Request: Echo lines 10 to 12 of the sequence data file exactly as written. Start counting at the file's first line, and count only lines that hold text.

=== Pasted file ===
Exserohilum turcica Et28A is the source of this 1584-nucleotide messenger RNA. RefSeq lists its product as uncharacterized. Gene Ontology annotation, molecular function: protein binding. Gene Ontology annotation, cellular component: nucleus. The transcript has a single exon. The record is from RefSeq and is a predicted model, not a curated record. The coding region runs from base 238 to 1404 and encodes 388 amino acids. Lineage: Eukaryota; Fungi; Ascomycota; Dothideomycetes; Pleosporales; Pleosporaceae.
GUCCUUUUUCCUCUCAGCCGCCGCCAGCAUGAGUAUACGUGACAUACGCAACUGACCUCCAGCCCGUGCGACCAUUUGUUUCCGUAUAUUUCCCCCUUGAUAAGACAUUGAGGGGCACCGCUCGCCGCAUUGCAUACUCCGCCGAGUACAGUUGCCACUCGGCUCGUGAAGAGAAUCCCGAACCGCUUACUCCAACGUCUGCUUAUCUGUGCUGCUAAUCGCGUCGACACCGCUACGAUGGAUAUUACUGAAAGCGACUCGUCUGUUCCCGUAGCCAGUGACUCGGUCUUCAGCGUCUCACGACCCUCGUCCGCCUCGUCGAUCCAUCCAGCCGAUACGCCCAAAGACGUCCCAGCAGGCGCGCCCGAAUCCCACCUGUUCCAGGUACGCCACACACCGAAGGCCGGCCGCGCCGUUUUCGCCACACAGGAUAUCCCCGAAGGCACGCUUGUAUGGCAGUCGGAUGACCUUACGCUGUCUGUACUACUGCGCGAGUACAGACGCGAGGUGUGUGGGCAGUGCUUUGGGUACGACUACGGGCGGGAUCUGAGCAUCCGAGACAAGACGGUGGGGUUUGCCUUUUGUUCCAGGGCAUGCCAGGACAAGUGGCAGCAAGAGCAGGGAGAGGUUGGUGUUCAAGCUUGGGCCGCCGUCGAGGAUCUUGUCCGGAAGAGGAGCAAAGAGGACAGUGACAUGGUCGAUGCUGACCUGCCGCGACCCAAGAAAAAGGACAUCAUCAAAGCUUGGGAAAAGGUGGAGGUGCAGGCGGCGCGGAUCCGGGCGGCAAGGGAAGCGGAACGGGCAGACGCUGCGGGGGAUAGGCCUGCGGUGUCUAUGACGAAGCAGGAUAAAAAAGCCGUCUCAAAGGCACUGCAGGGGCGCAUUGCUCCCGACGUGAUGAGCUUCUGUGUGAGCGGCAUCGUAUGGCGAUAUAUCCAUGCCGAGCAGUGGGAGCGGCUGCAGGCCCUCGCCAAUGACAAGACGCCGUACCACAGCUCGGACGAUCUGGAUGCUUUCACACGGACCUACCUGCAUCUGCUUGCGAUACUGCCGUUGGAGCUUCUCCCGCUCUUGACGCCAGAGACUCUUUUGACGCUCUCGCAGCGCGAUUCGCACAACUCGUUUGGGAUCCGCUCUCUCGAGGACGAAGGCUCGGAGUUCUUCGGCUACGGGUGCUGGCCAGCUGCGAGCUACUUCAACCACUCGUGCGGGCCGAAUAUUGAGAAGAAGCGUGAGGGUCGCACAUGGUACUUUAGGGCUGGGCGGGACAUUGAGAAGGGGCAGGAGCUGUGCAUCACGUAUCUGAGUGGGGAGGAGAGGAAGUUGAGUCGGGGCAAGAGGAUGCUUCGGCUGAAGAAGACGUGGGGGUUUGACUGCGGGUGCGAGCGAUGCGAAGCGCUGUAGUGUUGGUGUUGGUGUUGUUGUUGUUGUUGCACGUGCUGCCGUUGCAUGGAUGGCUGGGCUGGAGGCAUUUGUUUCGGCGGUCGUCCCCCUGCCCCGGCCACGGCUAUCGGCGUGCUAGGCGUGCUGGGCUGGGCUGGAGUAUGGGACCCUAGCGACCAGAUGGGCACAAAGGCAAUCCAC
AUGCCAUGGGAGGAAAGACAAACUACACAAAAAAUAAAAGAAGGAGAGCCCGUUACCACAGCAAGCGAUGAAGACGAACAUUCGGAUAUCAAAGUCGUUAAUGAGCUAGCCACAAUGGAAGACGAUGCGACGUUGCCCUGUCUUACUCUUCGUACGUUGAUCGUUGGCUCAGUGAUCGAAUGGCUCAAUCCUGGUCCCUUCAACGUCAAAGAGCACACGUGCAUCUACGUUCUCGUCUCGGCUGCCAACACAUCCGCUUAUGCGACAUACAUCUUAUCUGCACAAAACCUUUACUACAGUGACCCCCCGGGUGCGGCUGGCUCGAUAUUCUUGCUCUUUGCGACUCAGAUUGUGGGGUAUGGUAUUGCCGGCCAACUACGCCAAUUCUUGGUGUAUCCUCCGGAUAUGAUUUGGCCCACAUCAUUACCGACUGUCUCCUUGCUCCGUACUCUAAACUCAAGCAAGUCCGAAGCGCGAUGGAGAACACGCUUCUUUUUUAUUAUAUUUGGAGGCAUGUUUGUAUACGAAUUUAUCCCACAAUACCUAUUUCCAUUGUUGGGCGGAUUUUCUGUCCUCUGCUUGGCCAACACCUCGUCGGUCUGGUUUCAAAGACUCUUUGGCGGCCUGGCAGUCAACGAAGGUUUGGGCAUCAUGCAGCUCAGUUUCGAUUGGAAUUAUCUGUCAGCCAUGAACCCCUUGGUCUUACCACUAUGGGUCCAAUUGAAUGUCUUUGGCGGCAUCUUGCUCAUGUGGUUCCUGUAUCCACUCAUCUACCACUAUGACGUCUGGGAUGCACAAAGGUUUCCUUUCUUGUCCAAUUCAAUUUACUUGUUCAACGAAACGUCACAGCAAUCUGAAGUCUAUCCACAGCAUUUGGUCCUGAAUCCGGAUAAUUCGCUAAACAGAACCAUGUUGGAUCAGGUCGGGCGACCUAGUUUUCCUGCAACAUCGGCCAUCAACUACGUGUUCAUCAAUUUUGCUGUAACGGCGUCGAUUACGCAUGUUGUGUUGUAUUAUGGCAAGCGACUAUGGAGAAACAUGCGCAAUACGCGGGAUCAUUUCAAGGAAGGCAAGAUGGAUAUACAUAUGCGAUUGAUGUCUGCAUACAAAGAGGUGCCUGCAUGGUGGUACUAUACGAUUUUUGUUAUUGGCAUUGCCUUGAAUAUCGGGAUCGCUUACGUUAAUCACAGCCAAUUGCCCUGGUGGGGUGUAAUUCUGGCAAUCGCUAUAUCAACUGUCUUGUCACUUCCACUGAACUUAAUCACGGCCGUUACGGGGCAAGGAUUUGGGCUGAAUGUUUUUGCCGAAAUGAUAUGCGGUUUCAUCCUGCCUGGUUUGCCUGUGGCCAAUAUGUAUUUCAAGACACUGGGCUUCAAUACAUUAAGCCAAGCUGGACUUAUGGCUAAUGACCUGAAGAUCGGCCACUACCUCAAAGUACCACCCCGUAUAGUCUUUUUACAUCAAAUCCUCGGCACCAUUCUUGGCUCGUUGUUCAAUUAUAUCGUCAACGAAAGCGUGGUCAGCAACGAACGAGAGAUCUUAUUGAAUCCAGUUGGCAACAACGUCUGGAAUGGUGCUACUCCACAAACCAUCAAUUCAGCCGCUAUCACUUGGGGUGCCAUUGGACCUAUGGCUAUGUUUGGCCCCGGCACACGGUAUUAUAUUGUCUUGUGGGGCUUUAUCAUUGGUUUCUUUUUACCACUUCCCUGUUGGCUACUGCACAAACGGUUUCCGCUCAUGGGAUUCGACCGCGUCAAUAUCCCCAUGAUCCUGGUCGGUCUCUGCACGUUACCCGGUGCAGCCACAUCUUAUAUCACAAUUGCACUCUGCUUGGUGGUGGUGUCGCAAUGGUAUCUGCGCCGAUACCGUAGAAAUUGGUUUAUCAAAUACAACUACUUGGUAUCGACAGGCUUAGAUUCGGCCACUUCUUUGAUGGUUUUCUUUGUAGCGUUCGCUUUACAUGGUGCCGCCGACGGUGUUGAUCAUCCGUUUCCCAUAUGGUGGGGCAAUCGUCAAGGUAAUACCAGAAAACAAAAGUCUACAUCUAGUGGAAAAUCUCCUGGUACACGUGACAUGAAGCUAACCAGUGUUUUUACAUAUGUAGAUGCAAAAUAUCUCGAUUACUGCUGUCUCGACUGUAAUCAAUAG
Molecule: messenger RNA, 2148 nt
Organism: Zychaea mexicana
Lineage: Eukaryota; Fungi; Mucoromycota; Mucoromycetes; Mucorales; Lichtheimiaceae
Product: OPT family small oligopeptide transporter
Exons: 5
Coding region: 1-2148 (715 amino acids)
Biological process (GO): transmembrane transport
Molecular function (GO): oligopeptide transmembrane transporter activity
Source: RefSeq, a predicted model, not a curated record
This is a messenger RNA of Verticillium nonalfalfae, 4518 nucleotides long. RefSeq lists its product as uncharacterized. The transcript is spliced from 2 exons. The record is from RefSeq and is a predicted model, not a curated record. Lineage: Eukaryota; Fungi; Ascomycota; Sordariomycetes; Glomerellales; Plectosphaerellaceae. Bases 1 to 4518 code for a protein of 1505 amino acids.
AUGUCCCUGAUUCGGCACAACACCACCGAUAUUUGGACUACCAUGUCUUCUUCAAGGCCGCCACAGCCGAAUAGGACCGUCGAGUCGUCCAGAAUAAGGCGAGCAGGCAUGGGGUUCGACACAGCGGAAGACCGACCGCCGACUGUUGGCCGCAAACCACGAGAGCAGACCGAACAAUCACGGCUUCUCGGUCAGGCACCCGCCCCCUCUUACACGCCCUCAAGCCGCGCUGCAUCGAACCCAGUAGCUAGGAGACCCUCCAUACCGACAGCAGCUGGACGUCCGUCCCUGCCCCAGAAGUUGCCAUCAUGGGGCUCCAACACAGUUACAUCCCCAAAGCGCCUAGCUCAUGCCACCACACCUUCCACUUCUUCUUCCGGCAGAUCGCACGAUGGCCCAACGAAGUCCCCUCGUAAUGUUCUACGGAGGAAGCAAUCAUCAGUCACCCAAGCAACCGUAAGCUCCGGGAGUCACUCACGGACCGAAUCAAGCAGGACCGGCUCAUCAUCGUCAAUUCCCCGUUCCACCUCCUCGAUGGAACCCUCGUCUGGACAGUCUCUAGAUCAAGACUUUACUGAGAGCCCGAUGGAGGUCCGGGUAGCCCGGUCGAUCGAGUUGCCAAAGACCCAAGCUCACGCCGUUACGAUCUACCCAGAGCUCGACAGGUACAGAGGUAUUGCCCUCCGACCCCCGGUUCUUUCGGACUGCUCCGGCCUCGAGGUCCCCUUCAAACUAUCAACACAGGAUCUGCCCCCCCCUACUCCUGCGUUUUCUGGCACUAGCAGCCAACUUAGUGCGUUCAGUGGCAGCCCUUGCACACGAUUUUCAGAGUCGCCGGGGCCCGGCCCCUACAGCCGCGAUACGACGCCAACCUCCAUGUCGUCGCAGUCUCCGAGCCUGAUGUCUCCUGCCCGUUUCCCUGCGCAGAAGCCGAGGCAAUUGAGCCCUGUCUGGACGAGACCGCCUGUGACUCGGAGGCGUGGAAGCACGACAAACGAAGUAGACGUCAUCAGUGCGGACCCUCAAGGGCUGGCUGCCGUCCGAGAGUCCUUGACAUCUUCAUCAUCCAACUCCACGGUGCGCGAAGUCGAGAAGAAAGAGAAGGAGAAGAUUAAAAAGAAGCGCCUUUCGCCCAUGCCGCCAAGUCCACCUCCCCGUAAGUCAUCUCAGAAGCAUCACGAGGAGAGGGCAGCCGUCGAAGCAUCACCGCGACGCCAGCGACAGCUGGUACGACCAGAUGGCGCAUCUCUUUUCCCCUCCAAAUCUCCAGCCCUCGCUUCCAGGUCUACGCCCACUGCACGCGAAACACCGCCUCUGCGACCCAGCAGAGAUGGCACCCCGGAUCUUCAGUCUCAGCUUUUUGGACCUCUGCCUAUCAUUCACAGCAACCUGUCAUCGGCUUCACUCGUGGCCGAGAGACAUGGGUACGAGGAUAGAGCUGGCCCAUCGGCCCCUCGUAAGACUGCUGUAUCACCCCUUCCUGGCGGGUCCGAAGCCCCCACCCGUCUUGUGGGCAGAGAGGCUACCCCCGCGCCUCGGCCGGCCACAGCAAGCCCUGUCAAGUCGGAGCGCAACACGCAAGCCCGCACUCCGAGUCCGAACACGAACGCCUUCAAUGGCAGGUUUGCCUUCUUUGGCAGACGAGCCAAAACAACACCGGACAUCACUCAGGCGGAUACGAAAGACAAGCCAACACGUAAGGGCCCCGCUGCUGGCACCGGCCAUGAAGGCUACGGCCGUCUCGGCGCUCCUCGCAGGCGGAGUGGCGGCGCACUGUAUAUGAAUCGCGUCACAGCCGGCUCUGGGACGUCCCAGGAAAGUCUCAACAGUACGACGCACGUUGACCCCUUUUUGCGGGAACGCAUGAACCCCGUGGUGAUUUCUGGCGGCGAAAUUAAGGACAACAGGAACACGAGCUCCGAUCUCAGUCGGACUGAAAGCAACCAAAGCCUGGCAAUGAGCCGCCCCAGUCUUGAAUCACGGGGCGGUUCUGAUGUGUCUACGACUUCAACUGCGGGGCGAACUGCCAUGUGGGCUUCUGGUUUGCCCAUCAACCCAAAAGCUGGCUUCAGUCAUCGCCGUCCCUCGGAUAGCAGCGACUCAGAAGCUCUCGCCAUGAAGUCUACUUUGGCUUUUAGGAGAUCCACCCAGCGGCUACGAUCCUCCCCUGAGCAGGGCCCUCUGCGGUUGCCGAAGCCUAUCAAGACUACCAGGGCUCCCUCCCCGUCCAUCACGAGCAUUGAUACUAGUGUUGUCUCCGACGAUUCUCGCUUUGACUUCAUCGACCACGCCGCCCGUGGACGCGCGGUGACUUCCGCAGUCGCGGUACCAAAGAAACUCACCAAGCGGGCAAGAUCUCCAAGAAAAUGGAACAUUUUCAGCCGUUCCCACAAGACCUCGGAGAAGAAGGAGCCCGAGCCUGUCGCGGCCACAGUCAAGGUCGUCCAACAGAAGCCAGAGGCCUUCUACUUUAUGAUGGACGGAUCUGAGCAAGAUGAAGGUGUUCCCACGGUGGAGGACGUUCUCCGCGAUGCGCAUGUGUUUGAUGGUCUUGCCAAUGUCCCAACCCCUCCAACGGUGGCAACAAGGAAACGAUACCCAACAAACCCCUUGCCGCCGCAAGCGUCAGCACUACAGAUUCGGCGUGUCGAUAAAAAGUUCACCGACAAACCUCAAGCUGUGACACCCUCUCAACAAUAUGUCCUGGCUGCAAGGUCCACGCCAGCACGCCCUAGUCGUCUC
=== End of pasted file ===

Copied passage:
Biological process (GO): transmembrane transport
Molecular function (GO): oligopeptide transmembrane transporter activity
Source: RefSeq, a predicted model, not a curated record